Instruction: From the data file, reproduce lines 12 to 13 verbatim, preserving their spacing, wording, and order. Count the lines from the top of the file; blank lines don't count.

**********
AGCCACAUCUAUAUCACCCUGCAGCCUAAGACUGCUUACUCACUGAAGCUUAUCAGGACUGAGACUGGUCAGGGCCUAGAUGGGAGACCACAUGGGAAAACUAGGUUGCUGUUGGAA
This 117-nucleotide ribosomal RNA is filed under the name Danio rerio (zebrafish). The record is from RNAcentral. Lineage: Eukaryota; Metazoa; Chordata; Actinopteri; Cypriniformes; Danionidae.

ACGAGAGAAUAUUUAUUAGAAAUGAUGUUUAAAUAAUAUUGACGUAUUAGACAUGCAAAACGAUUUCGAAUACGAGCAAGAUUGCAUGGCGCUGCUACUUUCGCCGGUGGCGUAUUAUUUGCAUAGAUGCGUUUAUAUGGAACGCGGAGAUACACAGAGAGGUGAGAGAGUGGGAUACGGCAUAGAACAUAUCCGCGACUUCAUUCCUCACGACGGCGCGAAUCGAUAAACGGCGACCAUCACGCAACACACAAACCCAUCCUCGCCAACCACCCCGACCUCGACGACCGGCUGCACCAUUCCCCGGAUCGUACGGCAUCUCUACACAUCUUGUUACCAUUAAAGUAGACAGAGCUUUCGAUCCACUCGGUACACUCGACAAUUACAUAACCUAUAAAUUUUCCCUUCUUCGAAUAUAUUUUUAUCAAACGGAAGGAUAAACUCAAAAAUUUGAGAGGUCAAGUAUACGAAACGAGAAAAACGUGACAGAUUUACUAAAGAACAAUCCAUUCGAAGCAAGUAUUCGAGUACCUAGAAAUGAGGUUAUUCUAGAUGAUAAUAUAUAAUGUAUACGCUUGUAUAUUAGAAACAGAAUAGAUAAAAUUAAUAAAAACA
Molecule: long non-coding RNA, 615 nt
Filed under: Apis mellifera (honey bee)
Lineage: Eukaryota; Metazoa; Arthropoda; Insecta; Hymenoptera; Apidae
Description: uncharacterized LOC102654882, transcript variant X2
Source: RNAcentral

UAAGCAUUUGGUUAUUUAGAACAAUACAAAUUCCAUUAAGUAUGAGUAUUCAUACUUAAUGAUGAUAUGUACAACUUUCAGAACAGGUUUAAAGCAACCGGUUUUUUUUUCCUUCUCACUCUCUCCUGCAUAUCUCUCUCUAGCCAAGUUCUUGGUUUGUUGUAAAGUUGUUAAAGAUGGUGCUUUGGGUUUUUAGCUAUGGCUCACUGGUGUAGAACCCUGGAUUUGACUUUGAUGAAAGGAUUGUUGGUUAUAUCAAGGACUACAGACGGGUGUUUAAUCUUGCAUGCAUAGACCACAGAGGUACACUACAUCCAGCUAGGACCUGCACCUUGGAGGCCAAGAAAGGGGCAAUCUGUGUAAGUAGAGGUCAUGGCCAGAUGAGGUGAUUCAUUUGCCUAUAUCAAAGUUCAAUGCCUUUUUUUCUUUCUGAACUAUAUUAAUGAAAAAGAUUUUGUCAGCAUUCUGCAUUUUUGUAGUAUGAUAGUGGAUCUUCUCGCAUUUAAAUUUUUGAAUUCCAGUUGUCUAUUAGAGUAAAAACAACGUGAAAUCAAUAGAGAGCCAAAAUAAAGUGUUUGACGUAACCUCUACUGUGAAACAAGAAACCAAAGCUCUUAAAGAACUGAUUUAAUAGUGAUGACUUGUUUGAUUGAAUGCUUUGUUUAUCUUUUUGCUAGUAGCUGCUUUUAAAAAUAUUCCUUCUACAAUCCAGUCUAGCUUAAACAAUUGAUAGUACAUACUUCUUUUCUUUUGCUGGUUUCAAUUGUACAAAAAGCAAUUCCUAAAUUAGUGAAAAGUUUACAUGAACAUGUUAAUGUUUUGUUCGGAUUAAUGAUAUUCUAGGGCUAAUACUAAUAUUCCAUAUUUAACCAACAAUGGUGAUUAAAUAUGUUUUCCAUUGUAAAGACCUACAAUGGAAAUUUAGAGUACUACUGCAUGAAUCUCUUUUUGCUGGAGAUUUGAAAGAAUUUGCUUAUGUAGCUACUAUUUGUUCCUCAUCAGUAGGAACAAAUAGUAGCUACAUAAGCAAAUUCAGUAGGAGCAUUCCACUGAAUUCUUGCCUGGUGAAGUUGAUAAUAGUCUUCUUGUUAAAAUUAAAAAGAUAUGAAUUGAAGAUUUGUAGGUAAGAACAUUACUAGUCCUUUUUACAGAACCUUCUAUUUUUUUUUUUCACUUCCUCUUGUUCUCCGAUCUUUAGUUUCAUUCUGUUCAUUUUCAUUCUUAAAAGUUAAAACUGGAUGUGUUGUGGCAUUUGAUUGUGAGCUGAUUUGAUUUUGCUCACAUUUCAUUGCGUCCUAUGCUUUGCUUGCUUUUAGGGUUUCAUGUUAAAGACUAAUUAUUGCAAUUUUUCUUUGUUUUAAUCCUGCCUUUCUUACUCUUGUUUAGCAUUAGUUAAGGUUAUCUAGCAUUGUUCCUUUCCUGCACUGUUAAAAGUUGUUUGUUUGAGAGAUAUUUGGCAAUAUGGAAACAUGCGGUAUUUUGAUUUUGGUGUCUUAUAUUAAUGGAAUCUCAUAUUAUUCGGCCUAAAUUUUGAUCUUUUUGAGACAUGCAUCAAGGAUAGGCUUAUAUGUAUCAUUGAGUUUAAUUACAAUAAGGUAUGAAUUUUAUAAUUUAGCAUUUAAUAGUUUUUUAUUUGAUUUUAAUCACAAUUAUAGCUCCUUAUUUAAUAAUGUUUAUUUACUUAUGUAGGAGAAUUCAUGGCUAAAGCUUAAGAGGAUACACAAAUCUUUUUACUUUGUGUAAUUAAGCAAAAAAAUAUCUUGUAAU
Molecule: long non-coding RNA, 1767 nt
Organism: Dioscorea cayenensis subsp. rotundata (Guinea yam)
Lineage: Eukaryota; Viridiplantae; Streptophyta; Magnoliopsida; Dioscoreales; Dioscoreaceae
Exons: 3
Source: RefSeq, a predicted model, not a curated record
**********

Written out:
Lineage: Eukaryota; Viridiplantae; Streptophyta; Magnoliopsida; Dioscoreales; Dioscoreaceae
Exons: 3